Good news! Though, for obvious reasons, I don’t think it will make a practical difference.

    But along those lines, I assume you’re familiar with the Miller study from last summer?

  • Cotour

    “One more note. I myself have been contacted by members of the Trump team. It appears they want my advice also.”

    The Zman to become a high level Trump space consultant / adviser, now that is interesting. Things really are looking up, congratulations to the Zman and us all. Lets be optimistic that it turns into a long term, high paying four to eight year association.

    (Wayne, the T man is consulting with the Z man (?!) Edwards head must be spinning :)

  • mkent: I haven’t the faintest idea what “the Miller study” is. You say this as if it is as famous as the Declaration of Independence, but as far as I know, it is entirely obscure.

  • mike shupp

    And I’d be very pleased if Hilary’s people asked you for an earful or six.

  • Edward

    I think that Robert’s interpretation is correct. However, I do not think that we have much to worry about, as the government funded “duplication of effort” may be over. The two similar rockets have been designed and are operational.

    What is important to note here, is the similarity to the transcontinental railroads. The first one was funded in very large part by government money and land grants. Once completed, other companies quickly saw the opportunities in building their own transcontinental railroads.

    I believe that a similar process is now happening in the US space industry.

    Blue Origin is spending its own money to develop its own orbital rocket. Many companies around the world are using private financing to develop orbital rockets for small satellites. Sierra Nevada Corporation seems willing to build its own manned spacecraft to compete with Boeing and SpaceX (and Blue Origin), and these plans are happening before Bigelow puts up any space habitats as destinations for crews to go to.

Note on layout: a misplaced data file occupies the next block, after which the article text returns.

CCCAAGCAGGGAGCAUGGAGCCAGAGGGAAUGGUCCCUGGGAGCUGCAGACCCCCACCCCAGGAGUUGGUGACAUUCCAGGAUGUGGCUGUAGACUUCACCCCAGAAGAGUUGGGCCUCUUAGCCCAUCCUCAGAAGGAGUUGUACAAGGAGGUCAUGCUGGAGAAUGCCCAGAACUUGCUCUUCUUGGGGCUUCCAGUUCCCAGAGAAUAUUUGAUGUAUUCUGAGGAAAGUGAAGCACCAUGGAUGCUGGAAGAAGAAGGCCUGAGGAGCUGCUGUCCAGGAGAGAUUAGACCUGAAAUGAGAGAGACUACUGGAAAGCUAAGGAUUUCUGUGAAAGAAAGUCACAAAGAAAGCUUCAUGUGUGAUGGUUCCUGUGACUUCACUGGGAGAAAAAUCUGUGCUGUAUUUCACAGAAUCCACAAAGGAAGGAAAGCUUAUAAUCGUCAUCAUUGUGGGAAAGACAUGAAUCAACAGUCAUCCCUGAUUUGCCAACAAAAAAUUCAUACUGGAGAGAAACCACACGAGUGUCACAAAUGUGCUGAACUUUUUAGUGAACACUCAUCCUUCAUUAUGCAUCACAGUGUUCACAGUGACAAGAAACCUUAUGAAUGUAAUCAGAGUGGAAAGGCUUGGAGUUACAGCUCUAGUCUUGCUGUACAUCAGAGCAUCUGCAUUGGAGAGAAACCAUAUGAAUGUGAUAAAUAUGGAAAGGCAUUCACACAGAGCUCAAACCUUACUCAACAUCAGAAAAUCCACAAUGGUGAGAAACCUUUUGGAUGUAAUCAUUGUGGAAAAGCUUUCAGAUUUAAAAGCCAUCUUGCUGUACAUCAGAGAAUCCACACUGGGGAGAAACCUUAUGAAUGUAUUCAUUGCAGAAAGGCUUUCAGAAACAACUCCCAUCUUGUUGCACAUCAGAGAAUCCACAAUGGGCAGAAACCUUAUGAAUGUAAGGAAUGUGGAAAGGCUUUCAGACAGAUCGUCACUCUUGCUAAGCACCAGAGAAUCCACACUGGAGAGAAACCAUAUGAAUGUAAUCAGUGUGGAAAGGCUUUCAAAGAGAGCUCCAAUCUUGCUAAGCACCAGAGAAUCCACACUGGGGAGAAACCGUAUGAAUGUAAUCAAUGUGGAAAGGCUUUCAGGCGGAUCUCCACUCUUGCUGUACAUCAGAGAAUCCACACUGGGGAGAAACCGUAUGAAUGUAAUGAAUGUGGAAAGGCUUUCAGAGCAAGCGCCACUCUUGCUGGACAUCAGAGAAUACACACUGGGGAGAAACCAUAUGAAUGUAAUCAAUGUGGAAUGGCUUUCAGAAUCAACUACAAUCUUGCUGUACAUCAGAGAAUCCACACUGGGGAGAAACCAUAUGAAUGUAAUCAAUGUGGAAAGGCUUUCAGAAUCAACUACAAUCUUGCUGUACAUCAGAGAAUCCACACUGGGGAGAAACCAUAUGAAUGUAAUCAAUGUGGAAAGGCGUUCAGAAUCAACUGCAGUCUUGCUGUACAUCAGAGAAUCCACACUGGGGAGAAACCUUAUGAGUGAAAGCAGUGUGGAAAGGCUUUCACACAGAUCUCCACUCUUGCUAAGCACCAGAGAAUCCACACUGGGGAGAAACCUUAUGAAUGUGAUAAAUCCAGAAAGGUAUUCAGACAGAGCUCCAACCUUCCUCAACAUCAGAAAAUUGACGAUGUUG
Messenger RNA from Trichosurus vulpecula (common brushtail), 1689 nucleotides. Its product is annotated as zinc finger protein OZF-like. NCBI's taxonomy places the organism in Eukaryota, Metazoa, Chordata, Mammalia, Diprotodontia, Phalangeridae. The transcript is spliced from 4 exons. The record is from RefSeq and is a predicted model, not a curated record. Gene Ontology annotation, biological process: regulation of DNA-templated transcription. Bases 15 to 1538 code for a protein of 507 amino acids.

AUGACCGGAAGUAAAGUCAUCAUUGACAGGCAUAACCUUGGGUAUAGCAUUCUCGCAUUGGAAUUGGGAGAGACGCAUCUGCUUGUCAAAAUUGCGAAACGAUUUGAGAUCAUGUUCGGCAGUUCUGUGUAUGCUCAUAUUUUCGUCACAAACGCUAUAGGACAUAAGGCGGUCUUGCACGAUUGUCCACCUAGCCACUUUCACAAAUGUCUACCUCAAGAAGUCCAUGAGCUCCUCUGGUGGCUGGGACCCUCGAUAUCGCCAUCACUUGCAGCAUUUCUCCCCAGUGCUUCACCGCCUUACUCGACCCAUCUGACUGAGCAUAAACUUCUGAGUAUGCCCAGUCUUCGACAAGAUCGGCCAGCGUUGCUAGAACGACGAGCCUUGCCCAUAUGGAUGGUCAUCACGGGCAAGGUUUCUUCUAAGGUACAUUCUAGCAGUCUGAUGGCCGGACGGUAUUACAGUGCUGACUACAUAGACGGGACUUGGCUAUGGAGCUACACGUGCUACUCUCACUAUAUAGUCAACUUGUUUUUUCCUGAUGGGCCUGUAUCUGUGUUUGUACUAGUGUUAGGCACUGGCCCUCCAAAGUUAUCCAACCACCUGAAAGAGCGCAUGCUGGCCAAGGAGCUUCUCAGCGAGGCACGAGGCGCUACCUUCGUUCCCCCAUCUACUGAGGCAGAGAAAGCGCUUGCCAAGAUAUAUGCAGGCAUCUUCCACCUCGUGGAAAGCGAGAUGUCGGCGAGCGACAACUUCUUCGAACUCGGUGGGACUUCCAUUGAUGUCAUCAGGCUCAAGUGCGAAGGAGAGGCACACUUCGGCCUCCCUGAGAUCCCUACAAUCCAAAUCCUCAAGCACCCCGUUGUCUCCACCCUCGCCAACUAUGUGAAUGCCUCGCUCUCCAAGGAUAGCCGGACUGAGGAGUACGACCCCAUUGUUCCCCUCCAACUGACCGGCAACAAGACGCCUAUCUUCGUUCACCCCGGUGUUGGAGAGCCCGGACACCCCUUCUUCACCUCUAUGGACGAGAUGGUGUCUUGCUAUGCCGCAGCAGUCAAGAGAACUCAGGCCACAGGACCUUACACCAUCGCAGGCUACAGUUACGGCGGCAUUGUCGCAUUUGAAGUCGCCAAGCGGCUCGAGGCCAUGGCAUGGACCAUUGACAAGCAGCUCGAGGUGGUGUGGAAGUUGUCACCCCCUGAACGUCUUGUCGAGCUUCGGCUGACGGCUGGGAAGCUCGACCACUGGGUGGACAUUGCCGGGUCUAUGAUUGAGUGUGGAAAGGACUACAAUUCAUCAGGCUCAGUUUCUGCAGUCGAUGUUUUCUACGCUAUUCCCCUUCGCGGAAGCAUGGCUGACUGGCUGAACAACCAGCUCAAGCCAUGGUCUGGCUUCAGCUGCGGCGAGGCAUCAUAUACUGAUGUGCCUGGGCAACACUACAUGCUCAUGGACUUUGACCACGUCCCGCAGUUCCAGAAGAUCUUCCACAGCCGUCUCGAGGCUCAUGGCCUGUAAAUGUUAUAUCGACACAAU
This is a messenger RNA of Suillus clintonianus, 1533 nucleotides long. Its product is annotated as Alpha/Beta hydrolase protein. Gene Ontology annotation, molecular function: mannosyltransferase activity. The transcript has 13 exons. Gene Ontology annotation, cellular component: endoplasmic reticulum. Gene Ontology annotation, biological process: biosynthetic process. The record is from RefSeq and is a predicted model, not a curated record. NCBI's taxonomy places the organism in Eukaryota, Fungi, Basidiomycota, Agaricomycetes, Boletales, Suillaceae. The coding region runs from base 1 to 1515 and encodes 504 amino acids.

I think that this is very much a case of “if you build it, they will come.” If Bigelow builds a space habitat or two, several countries that want their own space research programs but do not want to develop their own rockets, manned spacecraft, and space stations will hire the habitats and space ferries, making these businesses lucrative for other companies to build their own versions — perhaps improved versions.

    Cotour, you wrote: “Edwards head must be spinning

    Why might my head spin because Robert is asked to advise Trump advisers?

    But if it makes you feel better, I will lie down until any spinning stops.

  • Some guy

    Well if you want to criticize his space policies then why don’t you contact them back and try to set them on the right path?

  • Some guy: You might be misinterpreting my post. I wasn’t actually criticizing Trump’s possible space policies, I was trying to dig into the op-ed to get a better understanding of what those policies might be, and in doing so, was actually quite pleased.

    My conversations with at least one member of the Trump team today was also very encouraging. It appears that, at least for the moment, they are looking to continue and even expand the commercial space effort, with NASA being the customer rather than the designer of future projects.

  • wayne

    Wow. People will vote for anybody, for any reason.

    Am I the only one, who read my own link?…from the October 13, 2016 Cato commentary:

    – “a former unsuccessful Democrat politician.” (returned to his tenured academic post)